21. Gallery Visit – York Art Gallery.

8 Jan 2018. As well as another look at the Paul Nash exhibition my intention was to continue to research the still life genre.

The oldest I found, painted about 1650 by Abraham Hendricks van Beyeren – “Banquet Still Life”. As well as the bowls, jug, food and fabric on a table there is a faint self portrait of the artist reflected in the polished jug. The negative spaces are divided not only by the table and the objects on it, but by the architectural detail behind, which being mainly monochrome and flat, contrasts the lavish and colourful table display……..

van Beyeren

Next to that picture was one attributed to a follower of Jean Simeon Chardin (1699-1779) and painted around 1820 – 1860. This painting was much simpler in subject and detail and to my eye more pleasing……


Moving on to the 20th Century – I became interested in Edward Burra’s “The Green Fig” (1930). Compared to the previous two pictures this is moving away from from the real towards the abstract, with bold contrasting colours. I liked the way that the red table is a simple rectangle that looks like a painting in front of another painting……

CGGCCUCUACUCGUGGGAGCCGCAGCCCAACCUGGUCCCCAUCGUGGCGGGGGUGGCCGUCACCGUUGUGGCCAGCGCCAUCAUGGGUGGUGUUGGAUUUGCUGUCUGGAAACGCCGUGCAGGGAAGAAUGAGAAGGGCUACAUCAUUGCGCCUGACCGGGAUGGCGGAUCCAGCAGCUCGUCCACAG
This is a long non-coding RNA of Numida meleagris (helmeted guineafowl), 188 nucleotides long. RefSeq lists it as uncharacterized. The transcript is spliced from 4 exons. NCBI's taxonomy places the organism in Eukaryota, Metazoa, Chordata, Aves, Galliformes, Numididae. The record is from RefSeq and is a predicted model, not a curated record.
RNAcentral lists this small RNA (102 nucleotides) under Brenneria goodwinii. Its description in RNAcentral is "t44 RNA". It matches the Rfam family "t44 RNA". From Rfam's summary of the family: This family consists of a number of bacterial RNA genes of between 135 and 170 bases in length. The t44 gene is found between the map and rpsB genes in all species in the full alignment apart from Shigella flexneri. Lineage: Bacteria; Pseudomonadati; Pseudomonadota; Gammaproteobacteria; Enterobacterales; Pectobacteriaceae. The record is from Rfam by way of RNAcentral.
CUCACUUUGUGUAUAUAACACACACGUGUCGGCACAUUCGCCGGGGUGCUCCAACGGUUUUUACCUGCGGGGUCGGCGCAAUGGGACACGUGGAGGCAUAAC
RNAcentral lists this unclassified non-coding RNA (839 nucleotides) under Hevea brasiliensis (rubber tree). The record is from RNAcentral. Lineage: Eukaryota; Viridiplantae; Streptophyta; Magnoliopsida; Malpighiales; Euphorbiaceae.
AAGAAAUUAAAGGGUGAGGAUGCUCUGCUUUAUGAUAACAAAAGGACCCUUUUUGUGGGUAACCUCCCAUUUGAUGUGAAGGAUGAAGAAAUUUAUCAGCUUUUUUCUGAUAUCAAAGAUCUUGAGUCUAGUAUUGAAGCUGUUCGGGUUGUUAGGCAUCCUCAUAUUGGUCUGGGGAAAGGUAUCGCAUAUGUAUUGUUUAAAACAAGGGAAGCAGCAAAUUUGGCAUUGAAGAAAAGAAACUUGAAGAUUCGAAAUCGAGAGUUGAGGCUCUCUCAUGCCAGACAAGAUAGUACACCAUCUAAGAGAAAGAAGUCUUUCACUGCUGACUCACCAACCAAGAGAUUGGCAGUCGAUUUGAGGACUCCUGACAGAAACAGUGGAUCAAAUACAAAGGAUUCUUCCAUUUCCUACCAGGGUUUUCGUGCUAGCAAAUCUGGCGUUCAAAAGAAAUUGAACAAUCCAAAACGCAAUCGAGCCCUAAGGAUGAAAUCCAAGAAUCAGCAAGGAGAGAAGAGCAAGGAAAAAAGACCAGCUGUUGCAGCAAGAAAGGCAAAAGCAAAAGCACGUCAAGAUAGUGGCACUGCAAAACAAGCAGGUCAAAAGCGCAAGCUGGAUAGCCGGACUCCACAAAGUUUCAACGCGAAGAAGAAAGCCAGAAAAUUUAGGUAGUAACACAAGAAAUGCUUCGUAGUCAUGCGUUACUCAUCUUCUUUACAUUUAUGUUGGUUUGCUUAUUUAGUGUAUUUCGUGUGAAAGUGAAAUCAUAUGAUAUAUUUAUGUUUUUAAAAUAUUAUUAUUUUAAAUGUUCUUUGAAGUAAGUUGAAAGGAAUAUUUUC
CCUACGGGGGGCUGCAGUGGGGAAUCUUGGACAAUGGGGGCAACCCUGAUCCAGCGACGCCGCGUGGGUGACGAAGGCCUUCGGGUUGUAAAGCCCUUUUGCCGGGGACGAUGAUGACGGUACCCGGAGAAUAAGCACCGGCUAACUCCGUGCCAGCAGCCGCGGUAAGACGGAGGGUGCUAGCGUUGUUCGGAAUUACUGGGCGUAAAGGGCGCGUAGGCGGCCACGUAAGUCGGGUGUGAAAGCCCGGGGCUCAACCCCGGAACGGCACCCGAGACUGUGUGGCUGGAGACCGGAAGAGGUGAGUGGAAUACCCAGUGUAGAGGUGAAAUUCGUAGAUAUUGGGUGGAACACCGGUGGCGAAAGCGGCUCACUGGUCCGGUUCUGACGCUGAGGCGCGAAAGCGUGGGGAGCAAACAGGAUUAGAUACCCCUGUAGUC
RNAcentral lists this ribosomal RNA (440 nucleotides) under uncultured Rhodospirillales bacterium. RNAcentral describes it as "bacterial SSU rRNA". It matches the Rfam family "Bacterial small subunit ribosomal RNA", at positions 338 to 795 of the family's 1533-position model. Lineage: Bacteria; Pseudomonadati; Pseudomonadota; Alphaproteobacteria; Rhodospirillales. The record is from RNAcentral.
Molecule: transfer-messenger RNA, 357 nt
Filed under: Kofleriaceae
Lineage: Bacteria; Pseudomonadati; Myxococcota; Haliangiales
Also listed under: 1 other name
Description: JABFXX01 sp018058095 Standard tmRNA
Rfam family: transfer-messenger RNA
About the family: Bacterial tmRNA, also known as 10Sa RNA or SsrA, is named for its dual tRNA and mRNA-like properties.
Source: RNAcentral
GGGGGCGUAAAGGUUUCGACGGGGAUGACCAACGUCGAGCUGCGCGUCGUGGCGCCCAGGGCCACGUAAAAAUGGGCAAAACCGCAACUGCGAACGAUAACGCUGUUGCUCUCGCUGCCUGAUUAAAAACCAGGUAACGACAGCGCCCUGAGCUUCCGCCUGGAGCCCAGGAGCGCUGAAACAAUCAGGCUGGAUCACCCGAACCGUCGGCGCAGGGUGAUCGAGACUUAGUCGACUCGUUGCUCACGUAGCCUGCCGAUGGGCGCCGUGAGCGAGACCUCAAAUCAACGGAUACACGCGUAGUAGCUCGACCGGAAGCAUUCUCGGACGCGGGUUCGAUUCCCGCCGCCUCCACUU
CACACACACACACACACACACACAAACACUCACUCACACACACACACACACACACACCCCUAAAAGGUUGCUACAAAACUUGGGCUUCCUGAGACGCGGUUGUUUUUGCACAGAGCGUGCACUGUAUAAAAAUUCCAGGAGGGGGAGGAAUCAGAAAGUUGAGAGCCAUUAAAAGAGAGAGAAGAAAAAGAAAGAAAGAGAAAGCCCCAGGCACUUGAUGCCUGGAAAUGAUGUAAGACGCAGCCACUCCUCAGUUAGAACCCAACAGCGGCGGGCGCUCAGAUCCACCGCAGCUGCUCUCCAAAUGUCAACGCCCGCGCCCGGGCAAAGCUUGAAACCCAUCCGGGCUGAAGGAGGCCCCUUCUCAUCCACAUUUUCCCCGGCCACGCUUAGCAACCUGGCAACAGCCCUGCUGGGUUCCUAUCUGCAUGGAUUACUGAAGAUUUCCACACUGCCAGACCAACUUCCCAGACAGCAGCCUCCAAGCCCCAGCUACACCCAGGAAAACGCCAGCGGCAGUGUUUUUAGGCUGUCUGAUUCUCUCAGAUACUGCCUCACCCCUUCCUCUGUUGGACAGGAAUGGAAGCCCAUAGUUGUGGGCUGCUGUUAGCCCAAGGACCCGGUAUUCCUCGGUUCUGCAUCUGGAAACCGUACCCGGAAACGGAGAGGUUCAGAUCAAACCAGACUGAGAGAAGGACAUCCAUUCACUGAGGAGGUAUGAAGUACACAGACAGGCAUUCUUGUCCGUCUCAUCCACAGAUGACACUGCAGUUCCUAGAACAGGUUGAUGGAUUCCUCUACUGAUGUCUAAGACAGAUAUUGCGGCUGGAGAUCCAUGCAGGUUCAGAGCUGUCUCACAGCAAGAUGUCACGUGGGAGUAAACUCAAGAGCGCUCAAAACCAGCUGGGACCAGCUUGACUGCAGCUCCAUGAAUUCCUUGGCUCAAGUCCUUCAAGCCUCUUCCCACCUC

Edward Burra - The Green Fig 1930

And this by Ben Nicholson painted 4 years after the Burra, “Still Life – Birdie” (1934). Almost abstract and in this the objects themselves become less important than the rhythmic composition and texture of the paint. Then negative spaces are difficult to define…….

Ben Nicholson Still Life - Birdie 1934

And finally, not a still life as such but an arrangement of ceramics by Hans Coper (1920-1981). Looking at this row of pots made me wonder if several objects arranged in a straight row might make a good still life, so that’s something I might explore……..


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